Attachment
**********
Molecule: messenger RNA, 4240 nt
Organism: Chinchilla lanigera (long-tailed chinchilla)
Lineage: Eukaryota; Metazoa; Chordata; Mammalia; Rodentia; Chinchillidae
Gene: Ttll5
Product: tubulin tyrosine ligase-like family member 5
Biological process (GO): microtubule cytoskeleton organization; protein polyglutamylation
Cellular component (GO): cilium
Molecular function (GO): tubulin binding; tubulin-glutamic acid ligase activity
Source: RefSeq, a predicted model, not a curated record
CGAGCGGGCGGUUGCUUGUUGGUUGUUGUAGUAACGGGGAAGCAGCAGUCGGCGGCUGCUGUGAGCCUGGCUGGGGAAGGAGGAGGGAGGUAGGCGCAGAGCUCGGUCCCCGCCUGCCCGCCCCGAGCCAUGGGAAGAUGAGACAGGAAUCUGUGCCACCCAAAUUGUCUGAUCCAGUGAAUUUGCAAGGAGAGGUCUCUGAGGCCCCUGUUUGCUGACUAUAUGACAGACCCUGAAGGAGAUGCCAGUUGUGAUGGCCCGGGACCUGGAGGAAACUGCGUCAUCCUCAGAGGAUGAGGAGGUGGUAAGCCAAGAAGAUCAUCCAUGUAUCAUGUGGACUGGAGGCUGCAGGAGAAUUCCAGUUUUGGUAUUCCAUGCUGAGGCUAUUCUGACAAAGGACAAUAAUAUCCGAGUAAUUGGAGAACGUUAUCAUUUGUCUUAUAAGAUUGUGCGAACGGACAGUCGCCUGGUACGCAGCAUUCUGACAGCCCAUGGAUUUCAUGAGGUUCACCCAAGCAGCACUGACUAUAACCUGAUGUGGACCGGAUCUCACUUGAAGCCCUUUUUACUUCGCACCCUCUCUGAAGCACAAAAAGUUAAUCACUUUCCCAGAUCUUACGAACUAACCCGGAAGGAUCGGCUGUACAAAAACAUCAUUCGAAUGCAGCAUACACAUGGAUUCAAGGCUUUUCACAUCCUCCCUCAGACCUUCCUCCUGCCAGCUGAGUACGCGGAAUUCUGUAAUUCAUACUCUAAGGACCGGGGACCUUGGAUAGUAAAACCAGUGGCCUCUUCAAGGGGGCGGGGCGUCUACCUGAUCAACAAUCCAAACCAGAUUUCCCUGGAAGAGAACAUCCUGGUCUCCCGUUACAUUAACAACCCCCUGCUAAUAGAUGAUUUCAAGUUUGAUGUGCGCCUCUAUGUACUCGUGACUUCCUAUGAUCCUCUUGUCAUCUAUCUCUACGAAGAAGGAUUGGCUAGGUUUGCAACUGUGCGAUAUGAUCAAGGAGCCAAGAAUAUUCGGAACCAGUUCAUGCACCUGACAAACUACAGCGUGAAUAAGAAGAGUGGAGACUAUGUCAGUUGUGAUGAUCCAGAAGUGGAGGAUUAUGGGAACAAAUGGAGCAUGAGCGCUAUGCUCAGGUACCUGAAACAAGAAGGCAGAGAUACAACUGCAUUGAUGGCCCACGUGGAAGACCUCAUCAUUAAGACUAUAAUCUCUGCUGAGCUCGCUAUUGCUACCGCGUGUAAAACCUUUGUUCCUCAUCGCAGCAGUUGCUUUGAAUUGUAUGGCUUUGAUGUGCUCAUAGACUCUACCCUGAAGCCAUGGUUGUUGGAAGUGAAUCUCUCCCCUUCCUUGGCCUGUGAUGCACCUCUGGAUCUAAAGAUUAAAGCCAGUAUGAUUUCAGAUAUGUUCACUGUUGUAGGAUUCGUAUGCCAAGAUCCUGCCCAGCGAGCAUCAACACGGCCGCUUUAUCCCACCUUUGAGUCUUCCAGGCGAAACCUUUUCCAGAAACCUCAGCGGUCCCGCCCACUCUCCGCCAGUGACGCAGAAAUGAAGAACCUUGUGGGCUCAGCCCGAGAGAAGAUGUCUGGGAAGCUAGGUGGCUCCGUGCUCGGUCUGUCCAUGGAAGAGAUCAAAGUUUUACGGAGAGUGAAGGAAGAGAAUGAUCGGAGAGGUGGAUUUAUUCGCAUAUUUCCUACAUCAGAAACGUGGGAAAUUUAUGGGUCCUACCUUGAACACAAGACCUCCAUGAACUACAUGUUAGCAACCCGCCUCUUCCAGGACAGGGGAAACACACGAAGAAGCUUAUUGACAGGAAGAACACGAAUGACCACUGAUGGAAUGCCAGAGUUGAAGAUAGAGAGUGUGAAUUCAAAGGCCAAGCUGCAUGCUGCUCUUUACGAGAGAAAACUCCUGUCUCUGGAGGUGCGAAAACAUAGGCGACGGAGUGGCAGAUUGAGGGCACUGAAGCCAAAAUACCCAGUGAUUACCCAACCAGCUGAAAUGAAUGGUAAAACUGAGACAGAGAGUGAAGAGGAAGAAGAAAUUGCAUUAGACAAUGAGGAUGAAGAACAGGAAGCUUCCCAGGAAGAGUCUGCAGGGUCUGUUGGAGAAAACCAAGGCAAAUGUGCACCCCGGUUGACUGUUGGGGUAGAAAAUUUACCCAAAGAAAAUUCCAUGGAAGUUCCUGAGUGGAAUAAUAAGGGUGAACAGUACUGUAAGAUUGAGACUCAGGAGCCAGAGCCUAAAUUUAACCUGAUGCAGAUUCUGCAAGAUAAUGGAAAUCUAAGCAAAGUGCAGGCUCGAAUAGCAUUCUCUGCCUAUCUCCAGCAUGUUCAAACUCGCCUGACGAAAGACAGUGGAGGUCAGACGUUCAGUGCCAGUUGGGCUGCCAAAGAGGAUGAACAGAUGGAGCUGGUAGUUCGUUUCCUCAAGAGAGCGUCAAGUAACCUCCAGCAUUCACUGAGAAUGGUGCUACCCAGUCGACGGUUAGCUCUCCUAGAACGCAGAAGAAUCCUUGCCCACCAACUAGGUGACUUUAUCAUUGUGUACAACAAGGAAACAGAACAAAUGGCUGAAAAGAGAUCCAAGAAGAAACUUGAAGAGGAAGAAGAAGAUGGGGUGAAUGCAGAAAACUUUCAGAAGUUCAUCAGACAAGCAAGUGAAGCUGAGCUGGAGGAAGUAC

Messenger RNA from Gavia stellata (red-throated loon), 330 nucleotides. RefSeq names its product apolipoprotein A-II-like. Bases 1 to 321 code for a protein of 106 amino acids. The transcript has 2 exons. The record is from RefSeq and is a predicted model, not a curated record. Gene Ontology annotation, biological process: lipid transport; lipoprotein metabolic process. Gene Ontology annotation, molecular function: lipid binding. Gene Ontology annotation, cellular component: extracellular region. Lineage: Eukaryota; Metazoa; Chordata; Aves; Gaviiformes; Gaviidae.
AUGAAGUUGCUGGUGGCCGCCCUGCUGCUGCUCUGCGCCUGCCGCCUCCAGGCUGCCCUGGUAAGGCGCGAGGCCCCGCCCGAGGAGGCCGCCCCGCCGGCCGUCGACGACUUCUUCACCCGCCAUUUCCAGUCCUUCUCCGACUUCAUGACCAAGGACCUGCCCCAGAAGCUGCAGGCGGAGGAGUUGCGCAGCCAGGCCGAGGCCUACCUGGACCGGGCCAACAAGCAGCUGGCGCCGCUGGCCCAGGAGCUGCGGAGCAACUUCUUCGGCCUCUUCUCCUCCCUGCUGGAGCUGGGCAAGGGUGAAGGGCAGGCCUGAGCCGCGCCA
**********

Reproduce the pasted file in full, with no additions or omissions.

Molecule: messenger RNA, 4240 nt
Organism: Chinchilla lanigera (long-tailed chinchilla)
Lineage: Eukaryota; Metazoa; Chordata; Mammalia; Rodentia; Chinchillidae
Gene: Ttll5
Product: tubulin tyrosine ligase-like family member 5
Biological process (GO): microtubule cytoskeleton organization; protein polyglutamylation
Cellular component (GO): cilium
Molecular function (GO): tubulin binding; tubulin-glutamic acid ligase activity
Source: RefSeq, a predicted model, not a curated record
CGAGCGGGCGGUUGCUUGUUGGUUGUUGUAGUAACGGGGAAGCAGCAGUCGGCGGCUGCUGUGAGCCUGGCUGGGGAAGGAGGAGGGAGGUAGGCGCAGAGCUCGGUCCCCGCCUGCCCGCCCCGAGCCAUGGGAAGAUGAGACAGGAAUCUGUGCCACCCAAAUUGUCUGAUCCAGUGAAUUUGCAAGGAGAGGUCUCUGAGGCCCCUGUUUGCUGACUAUAUGACAGACCCUGAAGGAGAUGCCAGUUGUGAUGGCCCGGGACCUGGAGGAAACUGCGUCAUCCUCAGAGGAUGAGGAGGUGGUAAGCCAAGAAGAUCAUCCAUGUAUCAUGUGGACUGGAGGCUGCAGGAGAAUUCCAGUUUUGGUAUUCCAUGCUGAGGCUAUUCUGACAAAGGACAAUAAUAUCCGAGUAAUUGGAGAACGUUAUCAUUUGUCUUAUAAGAUUGUGCGAACGGACAGUCGCCUGGUACGCAGCAUUCUGACAGCCCAUGGAUUUCAUGAGGUUCACCCAAGCAGCACUGACUAUAACCUGAUGUGGACCGGAUCUCACUUGAAGCCCUUUUUACUUCGCACCCUCUCUGAAGCACAAAAAGUUAAUCACUUUCCCAGAUCUUACGAACUAACCCGGAAGGAUCGGCUGUACAAAAACAUCAUUCGAAUGCAGCAUACACAUGGAUUCAAGGCUUUUCACAUCCUCCCUCAGACCUUCCUCCUGCCAGCUGAGUACGCGGAAUUCUGUAAUUCAUACUCUAAGGACCGGGGACCUUGGAUAGUAAAACCAGUGGCCUCUUCAAGGGGGCGGGGCGUCUACCUGAUCAACAAUCCAAACCAGAUUUCCCUGGAAGAGAACAUCCUGGUCUCCCGUUACAUUAACAACCCCCUGCUAAUAGAUGAUUUCAAGUUUGAUGUGCGCCUCUAUGUACUCGUGACUUCCUAUGAUCCUCUUGUCAUCUAUCUCUACGAAGAAGGAUUGGCUAGGUUUGCAACUGUGCGAUAUGAUCAAGGAGCCAAGAAUAUUCGGAACCAGUUCAUGCACCUGACAAACUACAGCGUGAAUAAGAAGAGUGGAGACUAUGUCAGUUGUGAUGAUCCAGAAGUGGAGGAUUAUGGGAACAAAUGGAGCAUGAGCGCUAUGCUCAGGUACCUGAAACAAGAAGGCAGAGAUACAACUGCAUUGAUGGCCCACGUGGAAGACCUCAUCAUUAAGACUAUAAUCUCUGCUGAGCUCGCUAUUGCUACCGCGUGUAAAACCUUUGUUCCUCAUCGCAGCAGUUGCUUUGAAUUGUAUGGCUUUGAUGUGCUCAUAGACUCUACCCUGAAGCCAUGGUUGUUGGAAGUGAAUCUCUCCCCUUCCUUGGCCUGUGAUGCACCUCUGGAUCUAAAGAUUAAAGCCAGUAUGAUUUCAGAUAUGUUCACUGUUGUAGGAUUCGUAUGCCAAGAUCCUGCCCAGCGAGCAUCAACACGGCCGCUUUAUCCCACCUUUGAGUCUUCCAGGCGAAACCUUUUCCAGAAACCUCAGCGGUCCCGCCCACUCUCCGCCAGUGACGCAGAAAUGAAGAACCUUGUGGGCUCAGCCCGAGAGAAGAUGUCUGGGAAGCUAGGUGGCUCCGUGCUCGGUCUGUCCAUGGAAGAGAUCAAAGUUUUACGGAGAGUGAAGGAAGAGAAUGAUCGGAGAGGUGGAUUUAUUCGCAUAUUUCCUACAUCAGAAACGUGGGAAAUUUAUGGGUCCUACCUUGAACACAAGACCUCCAUGAACUACAUGUUAGCAACCCGCCUCUUCCAGGACAGGGGAAACACACGAAGAAGCUUAUUGACAGGAAGAACACGAAUGACCACUGAUGGAAUGCCAGAGUUGAAGAUAGAGAGUGUGAAUUCAAAGGCCAAGCUGCAUGCUGCUCUUUACGAGAGAAAACUCCUGUCUCUGGAGGUGCGAAAACAUAGGCGACGGAGUGGCAGAUUGAGGGCACUGAAGCCAAAAUACCCAGUGAUUACCCAACCAGCUGAAAUGAAUGGUAAAACUGAGACAGAGAGUGAAGAGGAAGAAGAAAUUGCAUUAGACAAUGAGGAUGAAGAACAGGAAGCUUCCCAGGAAGAGUCUGCAGGGUCUGUUGGAGAAAACCAAGGCAAAUGUGCACCCCGGUUGACUGUUGGGGUAGAAAAUUUACCCAAAGAAAAUUCCAUGGAAGUUCCUGAGUGGAAUAAUAAGGGUGAACAGUACUGUAAGAUUGAGACUCAGGAGCCAGAGCCUAAAUUUAACCUGAUGCAGAUUCUGCAAGAUAAUGGAAAUCUAAGCAAAGUGCAGGCUCGAAUAGCAUUCUCUGCCUAUCUCCAGCAUGUUCAAACUCGCCUGACGAAAGACAGUGGAGGUCAGACGUUCAGUGCCAGUUGGGCUGCCAAAGAGGAUGAACAGAUGGAGCUGGUAGUUCGUUUCCUCAAGAGAGCGUCAAGUAACCUCCAGCAUUCACUGAGAAUGGUGCUACCCAGUCGACGGUUAGCUCUCCUAGAACGCAGAAGAAUCCUUGCCCACCAACUAGGUGACUUUAUCAUUGUGUACAACAAGGAAACAGAACAAAUGGCUGAAAAGAGAUCCAAGAAGAAACUUGAAGAGGAAGAAGAAGAUGGGGUGAAUGCAGAAAACUUUCAGAAGUUCAUCAGACAAGCAAGUGAAGCUGAGCUGGAGGAAGUAC

Messenger RNA from Gavia stellata (red-throated loon), 330 nucleotides. RefSeq names its product apolipoprotein A-II-like. Bases 1 to 321 code for a protein of 106 amino acids. The transcript has 2 exons. The record is from RefSeq and is a predicted model, not a curated record. Gene Ontology annotation, biological process: lipid transport; lipoprotein metabolic process. Gene Ontology annotation, molecular function: lipid binding. Gene Ontology annotation, cellular component: extracellular region. Lineage: Eukaryota; Metazoa; Chordata; Aves; Gaviiformes; Gaviidae.
AUGAAGUUGCUGGUGGCCGCCCUGCUGCUGCUCUGCGCCUGCCGCCUCCAGGCUGCCCUGGUAAGGCGCGAGGCCCCGCCCGAGGAGGCCGCCCCGCCGGCCGUCGACGACUUCUUCACCCGCCAUUUCCAGUCCUUCUCCGACUUCAUGACCAAGGACCUGCCCCAGAAGCUGCAGGCGGAGGAGUUGCGCAGCCAGGCCGAGGCCUACCUGGACCGGGCCAACAAGCAGCUGGCGCCGCUGGCCCAGGAGCUGCGGAGCAACUUCUUCGGCCUCUUCUCCUCCCUGCUGGAGCUGGGCAAGGGUGAAGGGCAGGCCUGAGCCGCGCCA